Laryngeal Cancer Risk Factors
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What Are the Risk Factors for Laryngeal Cancer?
As with many cancers, the risk of developing laryngeal cancer increases with age. Men are more likely to develop laryngeal cancer than women, with most people being over the age of 65.
Additional risk factors for laryngeal cancer include:
- Race: Laryngeal cancer is more common among African Americans and whites than among Asians and Latinos.
- Tobacco Use: Tobacco use is the greatest risk factor for laryngeal cancer, and for all other head and neck cancers. Most people who get laryngeal cancer have a history of smoking or other tobacco use or prolonged exposure. The risk of cancer increases with the frequency of tobacco use. Long-term exposure to second-hand smoke may also be a risk factor for these types of cancers, although studies are not yet conclusive.
- Alcohol: Heavy drinkers are many times more likely to develop laryngeal cancer than are nondrinkers. Combined use of tobacco and alcohol increases the risk for these cancers multifold.
- Poor Nutrition: As with all head and neck cancers, poor nutrition may increase the risk of laryngeal cancer. This heightened risk may be due to vitamin deficiencies, which are common among people who abuse alcohol and may partially explain the increased risk for these cancers among heavy drinkers.
- Human Papilloma Virus Infection: Human papilloma viruses, or HPV, include about 100 similar viruses. Many HPVs cause warts, but some are involved in cancer. Most noteworthy, HPV is tied to the development of cervical cancer. More recently, HPV has been linked to oral cancer. HPV may also be a risk factor for some cancers of the hypopharynx. Estimates of the percentage of patients with laryngeal infected with the same HPVs range from 6 percent to 47 percent, but so far infection of this virus does not appear to be a direct factor in the development of laryngeal cancer.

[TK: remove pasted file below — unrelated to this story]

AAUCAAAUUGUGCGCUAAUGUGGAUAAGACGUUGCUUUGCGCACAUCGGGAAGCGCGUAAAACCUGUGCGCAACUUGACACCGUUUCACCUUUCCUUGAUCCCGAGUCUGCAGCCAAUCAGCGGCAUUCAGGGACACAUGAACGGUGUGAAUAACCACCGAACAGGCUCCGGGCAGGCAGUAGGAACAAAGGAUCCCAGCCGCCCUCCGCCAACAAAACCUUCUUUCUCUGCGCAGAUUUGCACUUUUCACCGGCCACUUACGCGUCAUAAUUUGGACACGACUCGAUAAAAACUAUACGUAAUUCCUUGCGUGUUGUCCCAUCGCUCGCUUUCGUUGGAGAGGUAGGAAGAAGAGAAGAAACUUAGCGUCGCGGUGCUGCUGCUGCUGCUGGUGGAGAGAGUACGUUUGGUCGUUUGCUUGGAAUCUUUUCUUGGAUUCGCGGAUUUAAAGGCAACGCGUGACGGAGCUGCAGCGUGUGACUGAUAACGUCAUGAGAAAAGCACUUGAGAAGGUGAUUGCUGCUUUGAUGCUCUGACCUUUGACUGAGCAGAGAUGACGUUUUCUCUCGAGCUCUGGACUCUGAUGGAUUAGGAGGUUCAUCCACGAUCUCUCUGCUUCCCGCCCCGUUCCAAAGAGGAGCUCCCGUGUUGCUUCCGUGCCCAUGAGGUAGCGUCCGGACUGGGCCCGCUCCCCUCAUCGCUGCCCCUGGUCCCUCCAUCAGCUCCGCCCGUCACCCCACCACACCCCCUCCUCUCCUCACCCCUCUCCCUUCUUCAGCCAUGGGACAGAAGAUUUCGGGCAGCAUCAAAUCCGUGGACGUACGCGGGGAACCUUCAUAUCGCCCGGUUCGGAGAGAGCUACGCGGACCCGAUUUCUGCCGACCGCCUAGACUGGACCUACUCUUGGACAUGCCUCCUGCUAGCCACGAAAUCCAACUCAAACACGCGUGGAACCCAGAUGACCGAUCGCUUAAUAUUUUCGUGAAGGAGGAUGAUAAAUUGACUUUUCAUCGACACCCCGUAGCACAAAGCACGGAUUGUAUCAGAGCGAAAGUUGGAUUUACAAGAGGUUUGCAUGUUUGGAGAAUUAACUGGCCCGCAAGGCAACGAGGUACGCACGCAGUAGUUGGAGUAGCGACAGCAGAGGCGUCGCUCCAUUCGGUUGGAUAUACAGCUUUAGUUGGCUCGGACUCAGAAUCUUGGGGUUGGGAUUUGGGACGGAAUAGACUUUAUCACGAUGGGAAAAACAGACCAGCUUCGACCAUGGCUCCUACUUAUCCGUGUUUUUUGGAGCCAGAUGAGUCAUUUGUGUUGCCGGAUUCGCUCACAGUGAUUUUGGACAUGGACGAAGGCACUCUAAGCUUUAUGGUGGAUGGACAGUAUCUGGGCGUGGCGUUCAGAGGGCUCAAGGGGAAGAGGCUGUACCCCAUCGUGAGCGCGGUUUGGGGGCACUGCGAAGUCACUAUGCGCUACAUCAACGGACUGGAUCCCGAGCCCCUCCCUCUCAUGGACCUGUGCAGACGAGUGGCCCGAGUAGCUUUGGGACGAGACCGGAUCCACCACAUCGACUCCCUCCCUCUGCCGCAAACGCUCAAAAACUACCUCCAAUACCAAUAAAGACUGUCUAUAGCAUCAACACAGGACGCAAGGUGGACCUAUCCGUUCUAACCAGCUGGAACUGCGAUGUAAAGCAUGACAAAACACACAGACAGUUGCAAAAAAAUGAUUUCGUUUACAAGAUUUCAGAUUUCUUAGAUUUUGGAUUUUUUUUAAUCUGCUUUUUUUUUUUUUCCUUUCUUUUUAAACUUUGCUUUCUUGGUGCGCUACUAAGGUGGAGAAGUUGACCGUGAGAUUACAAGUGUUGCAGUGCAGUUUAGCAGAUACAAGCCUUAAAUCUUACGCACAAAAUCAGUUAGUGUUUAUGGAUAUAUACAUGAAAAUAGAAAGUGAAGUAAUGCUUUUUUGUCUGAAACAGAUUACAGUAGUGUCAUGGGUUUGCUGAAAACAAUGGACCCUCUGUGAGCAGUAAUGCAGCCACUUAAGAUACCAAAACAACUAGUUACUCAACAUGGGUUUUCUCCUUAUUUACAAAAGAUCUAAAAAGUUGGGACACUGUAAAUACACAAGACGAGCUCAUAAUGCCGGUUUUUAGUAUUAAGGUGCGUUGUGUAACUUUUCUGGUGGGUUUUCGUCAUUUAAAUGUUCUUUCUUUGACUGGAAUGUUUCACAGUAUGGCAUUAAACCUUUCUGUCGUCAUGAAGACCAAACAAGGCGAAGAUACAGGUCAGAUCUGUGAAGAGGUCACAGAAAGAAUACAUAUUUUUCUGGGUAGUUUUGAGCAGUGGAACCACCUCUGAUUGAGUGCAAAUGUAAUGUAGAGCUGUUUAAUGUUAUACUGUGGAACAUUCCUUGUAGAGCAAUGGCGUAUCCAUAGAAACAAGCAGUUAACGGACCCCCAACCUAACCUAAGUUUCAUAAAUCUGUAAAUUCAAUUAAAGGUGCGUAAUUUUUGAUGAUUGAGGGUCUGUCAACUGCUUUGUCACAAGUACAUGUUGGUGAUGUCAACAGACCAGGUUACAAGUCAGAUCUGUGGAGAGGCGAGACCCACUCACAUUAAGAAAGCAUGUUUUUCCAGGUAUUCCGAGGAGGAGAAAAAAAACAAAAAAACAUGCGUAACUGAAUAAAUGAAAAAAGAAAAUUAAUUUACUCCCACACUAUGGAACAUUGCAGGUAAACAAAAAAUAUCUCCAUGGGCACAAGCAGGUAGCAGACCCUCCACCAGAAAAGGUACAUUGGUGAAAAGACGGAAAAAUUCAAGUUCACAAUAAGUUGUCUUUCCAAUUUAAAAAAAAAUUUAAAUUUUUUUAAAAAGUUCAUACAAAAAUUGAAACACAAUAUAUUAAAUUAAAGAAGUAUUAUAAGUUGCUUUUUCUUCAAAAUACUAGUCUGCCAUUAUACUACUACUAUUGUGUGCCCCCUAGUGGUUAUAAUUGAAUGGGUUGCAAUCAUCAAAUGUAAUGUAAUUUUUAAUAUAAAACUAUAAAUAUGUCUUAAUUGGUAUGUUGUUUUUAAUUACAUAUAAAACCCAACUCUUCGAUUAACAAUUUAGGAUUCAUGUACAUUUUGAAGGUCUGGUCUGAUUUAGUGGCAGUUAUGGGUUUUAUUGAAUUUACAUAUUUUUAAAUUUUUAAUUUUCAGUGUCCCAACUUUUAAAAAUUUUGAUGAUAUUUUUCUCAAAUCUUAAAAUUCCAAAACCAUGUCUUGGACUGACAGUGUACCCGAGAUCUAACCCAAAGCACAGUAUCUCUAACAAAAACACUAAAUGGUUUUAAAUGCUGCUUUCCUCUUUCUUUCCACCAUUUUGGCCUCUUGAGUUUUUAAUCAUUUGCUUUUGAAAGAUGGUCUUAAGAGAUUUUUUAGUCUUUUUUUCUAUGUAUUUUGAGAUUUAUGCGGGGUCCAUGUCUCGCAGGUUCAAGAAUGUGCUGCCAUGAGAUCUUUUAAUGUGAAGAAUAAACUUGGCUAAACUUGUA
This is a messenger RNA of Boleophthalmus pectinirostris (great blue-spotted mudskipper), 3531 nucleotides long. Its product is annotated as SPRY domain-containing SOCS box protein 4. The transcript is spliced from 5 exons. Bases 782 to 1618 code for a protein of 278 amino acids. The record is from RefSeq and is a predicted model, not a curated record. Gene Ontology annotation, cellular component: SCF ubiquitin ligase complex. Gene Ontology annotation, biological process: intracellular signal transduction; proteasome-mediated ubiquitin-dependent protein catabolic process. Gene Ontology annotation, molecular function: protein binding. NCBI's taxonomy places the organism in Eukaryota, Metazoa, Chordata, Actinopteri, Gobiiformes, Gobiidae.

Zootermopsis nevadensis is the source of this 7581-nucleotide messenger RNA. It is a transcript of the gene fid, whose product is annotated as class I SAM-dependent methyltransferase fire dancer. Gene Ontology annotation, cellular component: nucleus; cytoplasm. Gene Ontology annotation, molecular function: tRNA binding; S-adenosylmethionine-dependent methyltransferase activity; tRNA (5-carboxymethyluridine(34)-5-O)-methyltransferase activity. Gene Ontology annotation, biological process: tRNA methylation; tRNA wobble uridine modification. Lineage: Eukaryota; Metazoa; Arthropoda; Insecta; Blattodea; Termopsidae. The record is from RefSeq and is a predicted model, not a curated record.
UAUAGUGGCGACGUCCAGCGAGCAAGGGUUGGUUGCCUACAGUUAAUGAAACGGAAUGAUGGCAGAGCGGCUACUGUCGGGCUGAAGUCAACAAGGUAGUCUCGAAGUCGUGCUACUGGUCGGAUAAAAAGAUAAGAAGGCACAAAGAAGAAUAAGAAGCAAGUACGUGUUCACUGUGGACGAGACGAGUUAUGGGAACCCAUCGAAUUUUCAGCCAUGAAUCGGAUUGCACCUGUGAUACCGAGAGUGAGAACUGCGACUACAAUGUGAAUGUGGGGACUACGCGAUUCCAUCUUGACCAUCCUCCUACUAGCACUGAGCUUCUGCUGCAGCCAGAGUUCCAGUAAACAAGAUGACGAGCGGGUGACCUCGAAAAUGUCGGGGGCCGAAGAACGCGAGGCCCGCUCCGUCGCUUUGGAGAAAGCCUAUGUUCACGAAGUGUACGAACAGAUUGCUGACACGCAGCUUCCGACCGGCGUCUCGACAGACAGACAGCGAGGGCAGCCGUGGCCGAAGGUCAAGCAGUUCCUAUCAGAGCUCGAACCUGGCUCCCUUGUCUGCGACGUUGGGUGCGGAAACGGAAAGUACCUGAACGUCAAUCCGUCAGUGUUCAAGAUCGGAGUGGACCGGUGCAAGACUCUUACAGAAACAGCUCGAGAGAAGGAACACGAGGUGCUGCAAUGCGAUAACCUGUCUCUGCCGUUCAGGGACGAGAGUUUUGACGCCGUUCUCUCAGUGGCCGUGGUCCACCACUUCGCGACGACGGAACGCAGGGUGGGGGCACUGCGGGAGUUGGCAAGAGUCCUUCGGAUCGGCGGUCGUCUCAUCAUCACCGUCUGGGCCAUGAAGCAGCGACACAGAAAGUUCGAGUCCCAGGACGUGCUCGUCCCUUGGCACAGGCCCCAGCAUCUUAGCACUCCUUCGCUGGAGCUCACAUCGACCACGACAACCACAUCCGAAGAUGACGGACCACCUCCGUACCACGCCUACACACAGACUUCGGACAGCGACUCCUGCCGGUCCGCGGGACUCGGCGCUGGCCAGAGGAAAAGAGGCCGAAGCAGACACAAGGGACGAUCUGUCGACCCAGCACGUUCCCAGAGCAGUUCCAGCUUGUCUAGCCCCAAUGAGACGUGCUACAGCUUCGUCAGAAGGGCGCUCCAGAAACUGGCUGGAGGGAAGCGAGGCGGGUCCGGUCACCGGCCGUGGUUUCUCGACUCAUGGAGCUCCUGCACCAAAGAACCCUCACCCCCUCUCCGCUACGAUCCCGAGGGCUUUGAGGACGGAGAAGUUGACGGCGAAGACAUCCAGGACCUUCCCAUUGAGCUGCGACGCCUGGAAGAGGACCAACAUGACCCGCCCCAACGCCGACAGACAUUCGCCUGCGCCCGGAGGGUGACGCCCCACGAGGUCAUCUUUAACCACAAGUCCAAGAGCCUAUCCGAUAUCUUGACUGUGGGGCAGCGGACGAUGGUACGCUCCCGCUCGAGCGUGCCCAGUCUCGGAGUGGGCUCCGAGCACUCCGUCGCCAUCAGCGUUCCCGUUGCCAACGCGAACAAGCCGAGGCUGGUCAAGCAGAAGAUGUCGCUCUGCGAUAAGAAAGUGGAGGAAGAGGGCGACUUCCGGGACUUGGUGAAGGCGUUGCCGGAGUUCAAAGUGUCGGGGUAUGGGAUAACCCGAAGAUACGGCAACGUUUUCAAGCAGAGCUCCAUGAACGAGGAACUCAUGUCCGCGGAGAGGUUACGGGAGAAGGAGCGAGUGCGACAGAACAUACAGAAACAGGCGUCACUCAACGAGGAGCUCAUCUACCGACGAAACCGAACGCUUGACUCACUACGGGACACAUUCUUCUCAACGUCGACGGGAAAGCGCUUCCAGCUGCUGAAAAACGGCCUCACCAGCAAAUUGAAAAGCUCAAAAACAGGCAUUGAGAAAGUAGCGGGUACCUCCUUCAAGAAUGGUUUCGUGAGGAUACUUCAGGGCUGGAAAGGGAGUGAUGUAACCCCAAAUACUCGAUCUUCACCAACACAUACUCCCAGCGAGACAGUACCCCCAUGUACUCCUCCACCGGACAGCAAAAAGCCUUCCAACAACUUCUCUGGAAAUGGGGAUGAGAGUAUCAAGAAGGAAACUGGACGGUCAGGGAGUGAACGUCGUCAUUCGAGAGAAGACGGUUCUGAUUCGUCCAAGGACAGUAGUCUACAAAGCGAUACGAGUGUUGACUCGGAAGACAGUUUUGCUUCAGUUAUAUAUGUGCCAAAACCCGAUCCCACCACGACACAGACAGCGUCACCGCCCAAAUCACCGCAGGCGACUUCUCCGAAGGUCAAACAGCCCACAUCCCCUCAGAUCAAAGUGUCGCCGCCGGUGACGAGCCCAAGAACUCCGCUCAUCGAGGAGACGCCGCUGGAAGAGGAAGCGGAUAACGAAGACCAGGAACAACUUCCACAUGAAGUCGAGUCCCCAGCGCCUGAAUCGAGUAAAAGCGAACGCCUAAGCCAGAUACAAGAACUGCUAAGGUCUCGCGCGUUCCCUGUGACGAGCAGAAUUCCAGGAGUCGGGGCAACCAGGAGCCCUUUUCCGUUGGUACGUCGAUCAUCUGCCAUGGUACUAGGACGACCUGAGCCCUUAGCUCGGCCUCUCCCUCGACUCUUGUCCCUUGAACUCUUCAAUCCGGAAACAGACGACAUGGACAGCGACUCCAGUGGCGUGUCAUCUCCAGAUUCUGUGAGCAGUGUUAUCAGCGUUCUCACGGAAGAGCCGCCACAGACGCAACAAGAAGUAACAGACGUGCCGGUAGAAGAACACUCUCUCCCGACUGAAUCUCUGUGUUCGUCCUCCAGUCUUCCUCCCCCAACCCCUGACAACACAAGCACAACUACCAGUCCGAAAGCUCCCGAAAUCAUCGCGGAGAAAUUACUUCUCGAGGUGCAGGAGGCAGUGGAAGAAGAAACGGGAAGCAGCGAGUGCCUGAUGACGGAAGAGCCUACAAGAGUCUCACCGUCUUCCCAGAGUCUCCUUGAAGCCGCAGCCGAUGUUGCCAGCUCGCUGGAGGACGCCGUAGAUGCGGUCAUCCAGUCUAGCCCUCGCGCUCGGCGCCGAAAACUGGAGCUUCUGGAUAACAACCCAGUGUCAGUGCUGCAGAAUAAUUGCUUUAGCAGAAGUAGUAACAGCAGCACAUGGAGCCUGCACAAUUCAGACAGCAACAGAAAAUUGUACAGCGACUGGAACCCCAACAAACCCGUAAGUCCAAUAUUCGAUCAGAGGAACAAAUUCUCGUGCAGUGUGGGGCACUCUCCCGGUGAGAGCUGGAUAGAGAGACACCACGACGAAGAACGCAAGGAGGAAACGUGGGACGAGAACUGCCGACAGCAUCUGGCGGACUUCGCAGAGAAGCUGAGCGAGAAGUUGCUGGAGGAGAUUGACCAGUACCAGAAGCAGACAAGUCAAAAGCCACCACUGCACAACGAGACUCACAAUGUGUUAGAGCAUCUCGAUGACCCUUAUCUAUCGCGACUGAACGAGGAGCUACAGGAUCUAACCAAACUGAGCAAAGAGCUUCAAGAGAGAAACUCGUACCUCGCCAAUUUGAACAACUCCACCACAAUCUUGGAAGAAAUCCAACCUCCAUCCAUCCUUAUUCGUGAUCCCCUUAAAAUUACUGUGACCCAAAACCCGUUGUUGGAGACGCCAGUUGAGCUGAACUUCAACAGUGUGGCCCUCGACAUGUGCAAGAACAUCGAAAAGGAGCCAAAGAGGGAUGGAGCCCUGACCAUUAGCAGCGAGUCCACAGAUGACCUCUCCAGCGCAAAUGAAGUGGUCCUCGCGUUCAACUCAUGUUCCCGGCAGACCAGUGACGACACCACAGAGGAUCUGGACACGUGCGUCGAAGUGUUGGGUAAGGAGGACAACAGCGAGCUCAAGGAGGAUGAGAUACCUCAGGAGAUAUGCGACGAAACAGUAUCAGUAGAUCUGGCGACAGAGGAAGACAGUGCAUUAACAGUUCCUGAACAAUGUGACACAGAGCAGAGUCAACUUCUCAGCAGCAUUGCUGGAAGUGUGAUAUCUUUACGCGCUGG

- Weakened Immune System: People who have a weak immune system, which may be caused by diseases present at birth, AIDS or certain medicines, may be at greater risk for developing laryngeal cancers.
Genetic Syndromes: Some inherited genetic mutations, which cause different syndromes in the body, carry a high risk of laryngeal cancer. These include:
- Fanconi Anemia: This blood condition is caused by inherited abnormalities in several genes. Problems can begin at an early age and often lead to leukemia or aplastic anemia. People with Fanconi anemia have a higher risk of getting cancers of the throat.
- Dyskeratosis Congenita: This genetically linked syndrome can also cause aplastic anemia, and carries a very high risk of mouth and throat cancer occurring at an early age.
Unproven Risk Factors
- Gastroesophageal Reflux Disease: The back-up of acid from the stomach into the esophagus is called gastroesophageal reflux disease, or GERD. This syndrome is a known risk factor for esophageal cancer. Whether it also increases the risk of laryngeal cancer is currently being studied.
NOTE: Anything that increases your risk of getting a disease is called a risk factor. Having a risk factor does not mean that you will get cancer. Not having risk factors doesn’t mean that you will not get cancer. If you think you may be at risk, you should discuss it with your doctor.
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